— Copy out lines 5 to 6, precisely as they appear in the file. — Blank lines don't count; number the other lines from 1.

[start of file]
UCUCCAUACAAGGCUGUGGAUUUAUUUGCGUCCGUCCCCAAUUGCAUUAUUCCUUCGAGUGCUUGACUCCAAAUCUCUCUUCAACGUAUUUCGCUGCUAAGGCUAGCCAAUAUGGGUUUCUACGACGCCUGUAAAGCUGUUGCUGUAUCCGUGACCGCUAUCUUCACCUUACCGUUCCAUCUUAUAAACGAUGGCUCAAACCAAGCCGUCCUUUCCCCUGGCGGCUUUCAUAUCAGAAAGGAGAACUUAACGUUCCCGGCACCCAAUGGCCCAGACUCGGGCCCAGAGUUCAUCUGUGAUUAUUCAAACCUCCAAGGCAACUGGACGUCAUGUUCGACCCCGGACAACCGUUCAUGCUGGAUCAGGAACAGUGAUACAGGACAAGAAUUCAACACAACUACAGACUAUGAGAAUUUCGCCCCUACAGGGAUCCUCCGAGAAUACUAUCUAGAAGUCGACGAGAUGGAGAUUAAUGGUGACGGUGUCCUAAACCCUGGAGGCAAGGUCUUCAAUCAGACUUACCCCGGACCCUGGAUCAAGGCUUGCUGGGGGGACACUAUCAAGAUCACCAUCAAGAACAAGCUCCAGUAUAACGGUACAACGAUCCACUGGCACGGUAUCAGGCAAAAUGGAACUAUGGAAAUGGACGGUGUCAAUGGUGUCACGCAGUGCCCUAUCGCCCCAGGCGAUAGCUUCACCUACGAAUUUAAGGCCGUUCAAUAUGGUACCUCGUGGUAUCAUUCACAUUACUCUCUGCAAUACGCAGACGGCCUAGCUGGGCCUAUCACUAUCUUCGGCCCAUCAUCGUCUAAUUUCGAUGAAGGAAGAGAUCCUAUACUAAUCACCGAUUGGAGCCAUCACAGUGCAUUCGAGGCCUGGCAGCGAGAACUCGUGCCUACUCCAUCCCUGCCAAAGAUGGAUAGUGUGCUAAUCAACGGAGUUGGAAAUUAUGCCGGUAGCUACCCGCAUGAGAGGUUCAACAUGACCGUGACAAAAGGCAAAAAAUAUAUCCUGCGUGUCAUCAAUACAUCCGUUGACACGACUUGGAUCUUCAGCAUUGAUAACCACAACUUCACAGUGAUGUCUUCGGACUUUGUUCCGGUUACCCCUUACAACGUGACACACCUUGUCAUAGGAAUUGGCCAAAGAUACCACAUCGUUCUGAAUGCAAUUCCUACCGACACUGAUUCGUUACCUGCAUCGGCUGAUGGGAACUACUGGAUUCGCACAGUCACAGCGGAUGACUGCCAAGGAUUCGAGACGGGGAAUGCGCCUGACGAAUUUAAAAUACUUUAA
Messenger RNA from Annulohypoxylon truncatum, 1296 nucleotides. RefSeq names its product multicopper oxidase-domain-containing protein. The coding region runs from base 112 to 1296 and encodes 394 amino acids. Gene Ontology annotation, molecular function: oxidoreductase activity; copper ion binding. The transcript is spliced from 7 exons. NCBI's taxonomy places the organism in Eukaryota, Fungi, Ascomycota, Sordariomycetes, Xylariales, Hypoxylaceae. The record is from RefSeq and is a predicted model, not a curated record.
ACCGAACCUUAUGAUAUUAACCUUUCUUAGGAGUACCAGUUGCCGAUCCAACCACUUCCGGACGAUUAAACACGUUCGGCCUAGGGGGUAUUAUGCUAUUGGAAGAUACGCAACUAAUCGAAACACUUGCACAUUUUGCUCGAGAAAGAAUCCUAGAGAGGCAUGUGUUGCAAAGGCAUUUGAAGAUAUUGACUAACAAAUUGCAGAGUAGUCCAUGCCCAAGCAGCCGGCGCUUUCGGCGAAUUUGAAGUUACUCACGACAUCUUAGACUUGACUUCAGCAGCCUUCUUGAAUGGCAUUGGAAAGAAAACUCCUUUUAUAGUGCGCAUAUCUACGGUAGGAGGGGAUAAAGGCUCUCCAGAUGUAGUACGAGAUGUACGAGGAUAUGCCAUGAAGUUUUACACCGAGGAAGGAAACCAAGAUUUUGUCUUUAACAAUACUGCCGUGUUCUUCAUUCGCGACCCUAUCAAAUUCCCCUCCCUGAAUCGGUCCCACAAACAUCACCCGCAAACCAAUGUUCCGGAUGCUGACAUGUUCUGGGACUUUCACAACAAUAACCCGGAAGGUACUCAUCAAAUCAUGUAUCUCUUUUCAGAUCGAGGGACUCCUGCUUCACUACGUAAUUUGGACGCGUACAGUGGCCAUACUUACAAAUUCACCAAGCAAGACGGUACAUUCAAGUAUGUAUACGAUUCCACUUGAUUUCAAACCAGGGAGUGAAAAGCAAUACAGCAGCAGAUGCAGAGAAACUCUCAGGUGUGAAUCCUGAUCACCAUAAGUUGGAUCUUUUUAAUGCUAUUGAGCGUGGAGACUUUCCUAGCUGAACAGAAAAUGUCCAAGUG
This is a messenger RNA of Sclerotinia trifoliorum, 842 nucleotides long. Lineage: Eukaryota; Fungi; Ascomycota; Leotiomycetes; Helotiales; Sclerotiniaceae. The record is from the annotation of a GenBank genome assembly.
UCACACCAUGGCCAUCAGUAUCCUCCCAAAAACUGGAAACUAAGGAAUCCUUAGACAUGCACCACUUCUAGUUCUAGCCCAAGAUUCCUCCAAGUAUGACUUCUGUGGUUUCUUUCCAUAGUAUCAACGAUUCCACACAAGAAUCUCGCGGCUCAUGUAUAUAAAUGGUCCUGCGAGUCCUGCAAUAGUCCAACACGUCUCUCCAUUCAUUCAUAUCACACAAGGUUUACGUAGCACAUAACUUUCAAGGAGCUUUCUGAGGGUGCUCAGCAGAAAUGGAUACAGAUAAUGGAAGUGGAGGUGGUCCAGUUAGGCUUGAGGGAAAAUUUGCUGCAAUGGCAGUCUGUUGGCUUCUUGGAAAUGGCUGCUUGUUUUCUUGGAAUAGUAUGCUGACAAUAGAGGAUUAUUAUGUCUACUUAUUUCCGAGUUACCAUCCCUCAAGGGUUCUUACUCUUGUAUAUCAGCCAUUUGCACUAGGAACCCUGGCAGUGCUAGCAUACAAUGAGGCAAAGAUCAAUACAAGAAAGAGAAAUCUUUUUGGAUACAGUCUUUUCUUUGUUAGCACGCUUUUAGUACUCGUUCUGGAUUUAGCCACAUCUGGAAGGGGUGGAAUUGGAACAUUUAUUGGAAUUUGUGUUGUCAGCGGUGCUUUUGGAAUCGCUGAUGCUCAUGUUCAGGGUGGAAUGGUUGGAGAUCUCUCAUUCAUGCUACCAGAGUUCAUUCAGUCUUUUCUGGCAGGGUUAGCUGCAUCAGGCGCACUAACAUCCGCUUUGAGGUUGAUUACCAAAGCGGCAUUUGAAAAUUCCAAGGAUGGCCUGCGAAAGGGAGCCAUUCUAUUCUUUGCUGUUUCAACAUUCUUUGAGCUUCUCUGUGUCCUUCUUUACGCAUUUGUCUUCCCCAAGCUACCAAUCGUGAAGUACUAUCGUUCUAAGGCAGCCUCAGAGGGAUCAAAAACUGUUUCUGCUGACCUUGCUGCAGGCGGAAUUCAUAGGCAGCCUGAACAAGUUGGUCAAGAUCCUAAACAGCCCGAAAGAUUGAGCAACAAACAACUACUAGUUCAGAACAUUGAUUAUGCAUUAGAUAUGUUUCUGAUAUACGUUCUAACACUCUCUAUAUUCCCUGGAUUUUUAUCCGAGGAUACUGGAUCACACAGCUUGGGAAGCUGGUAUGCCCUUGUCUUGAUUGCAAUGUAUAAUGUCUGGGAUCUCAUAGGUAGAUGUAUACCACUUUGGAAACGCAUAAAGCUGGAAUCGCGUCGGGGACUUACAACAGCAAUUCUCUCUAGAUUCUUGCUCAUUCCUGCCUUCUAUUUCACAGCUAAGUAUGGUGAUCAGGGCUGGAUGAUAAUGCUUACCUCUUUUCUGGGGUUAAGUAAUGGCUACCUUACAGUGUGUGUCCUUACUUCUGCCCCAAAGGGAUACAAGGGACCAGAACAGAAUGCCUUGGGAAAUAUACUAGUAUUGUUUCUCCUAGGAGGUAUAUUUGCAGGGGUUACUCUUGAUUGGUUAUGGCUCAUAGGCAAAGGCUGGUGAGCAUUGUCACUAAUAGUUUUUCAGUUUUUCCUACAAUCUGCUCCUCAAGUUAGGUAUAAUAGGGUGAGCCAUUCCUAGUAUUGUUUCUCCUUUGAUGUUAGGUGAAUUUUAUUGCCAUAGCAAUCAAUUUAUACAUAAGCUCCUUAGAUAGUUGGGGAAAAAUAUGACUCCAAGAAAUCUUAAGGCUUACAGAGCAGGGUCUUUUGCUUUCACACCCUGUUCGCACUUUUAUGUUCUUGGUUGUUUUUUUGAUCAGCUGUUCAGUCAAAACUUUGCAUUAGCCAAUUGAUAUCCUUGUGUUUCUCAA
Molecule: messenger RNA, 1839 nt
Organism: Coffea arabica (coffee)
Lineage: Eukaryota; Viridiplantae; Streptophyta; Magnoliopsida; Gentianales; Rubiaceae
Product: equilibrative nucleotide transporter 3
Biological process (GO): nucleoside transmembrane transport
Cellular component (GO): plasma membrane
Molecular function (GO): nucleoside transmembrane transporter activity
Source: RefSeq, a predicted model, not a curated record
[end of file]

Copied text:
UCACACCAUGGCCAUCAGUAUCCUCCCAAAAACUGGAAACUAAGGAAUCCUUAGACAUGCACCACUUCUAGUUCUAGCCCAAGAUUCCUCCAAGUAUGACUUCUGUGGUUUCUUUCCAUAGUAUCAACGAUUCCACACAAGAAUCUCGCGGCUCAUGUAUAUAAAUGGUCCUGCGAGUCCUGCAAUAGUCCAACACGUCUCUCCAUUCAUUCAUAUCACACAAGGUUUACGUAGCACAUAACUUUCAAGGAGCUUUCUGAGGGUGCUCAGCAGAAAUGGAUACAGAUAAUGGAAGUGGAGGUGGUCCAGUUAGGCUUGAGGGAAAAUUUGCUGCAAUGGCAGUCUGUUGGCUUCUUGGAAAUGGCUGCUUGUUUUCUUGGAAUAGUAUGCUGACAAUAGAGGAUUAUUAUGUCUACUUAUUUCCGAGUUACCAUCCCUCAAGGGUUCUUACUCUUGUAUAUCAGCCAUUUGCACUAGGAACCCUGGCAGUGCUAGCAUACAAUGAGGCAAAGAUCAAUACAAGAAAGAGAAAUCUUUUUGGAUACAGUCUUUUCUUUGUUAGCACGCUUUUAGUACUCGUUCUGGAUUUAGCCACAUCUGGAAGGGGUGGAAUUGGAACAUUUAUUGGAAUUUGUGUUGUCAGCGGUGCUUUUGGAAUCGCUGAUGCUCAUGUUCAGGGUGGAAUGGUUGGAGAUCUCUCAUUCAUGCUACCAGAGUUCAUUCAGUCUUUUCUGGCAGGGUUAGCUGCAUCAGGCGCACUAACAUCCGCUUUGAGGUUGAUUACCAAAGCGGCAUUUGAAAAUUCCAAGGAUGGCCUGCGAAAGGGAGCCAUUCUAUUCUUUGCUGUUUCAACAUUCUUUGAGCUUCUCUGUGUCCUUCUUUACGCAUUUGUCUUCCCCAAGCUACCAAUCGUGAAGUACUAUCGUUCUAAGGCAGCCUCAGAGGGAUCAAAAACUGUUUCUGCUGACCUUGCUGCAGGCGGAAUUCAUAGGCAGCCUGAACAAGUUGGUCAAGAUCCUAAACAGCCCGAAAGAUUGAGCAACAAACAACUACUAGUUCAGAACAUUGAUUAUGCAUUAGAUAUGUUUCUGAUAUACGUUCUAACACUCUCUAUAUUCCCUGGAUUUUUAUCCGAGGAUACUGGAUCACACAGCUUGGGAAGCUGGUAUGCCCUUGUCUUGAUUGCAAUGUAUAAUGUCUGGGAUCUCAUAGGUAGAUGUAUACCACUUUGGAAACGCAUAAAGCUGGAAUCGCGUCGGGGACUUACAACAGCAAUUCUCUCUAGAUUCUUGCUCAUUCCUGCCUUCUAUUUCACAGCUAAGUAUGGUGAUCAGGGCUGGAUGAUAAUGCUUACCUCUUUUCUGGGGUUAAGUAAUGGCUACCUUACAGUGUGUGUCCUUACUUCUGCCCCAAAGGGAUACAAGGGACCAGAACAGAAUGCCUUGGGAAAUAUACUAGUAUUGUUUCUCCUAGGAGGUAUAUUUGCAGGGGUUACUCUUGAUUGGUUAUGGCUCAUAGGCAAAGGCUGGUGAGCAUUGUCACUAAUAGUUUUUCAGUUUUUCCUACAAUCUGCUCCUCAAGUUAGGUAUAAUAGGGUGAGCCAUUCCUAGUAUUGUUUCUCCUUUGAUGUUAGGUGAAUUUUAUUGCCAUAGCAAUCAAUUUAUACAUAAGCUCCUUAGAUAGUUGGGGAAAAAUAUGACUCCAAGAAAUCUUAAGGCUUACAGAGCAGGGUCUUUUGCUUUCACACCCUGUUCGCACUUUUAUGUUCUUGGUUGUUUUUUUGAUCAGCUGUUCAGUCAAAACUUUGCAUUAGCCAAUUGAUAUCCUUGUGUUUCUCAA
Molecule: messenger RNA, 1839 nt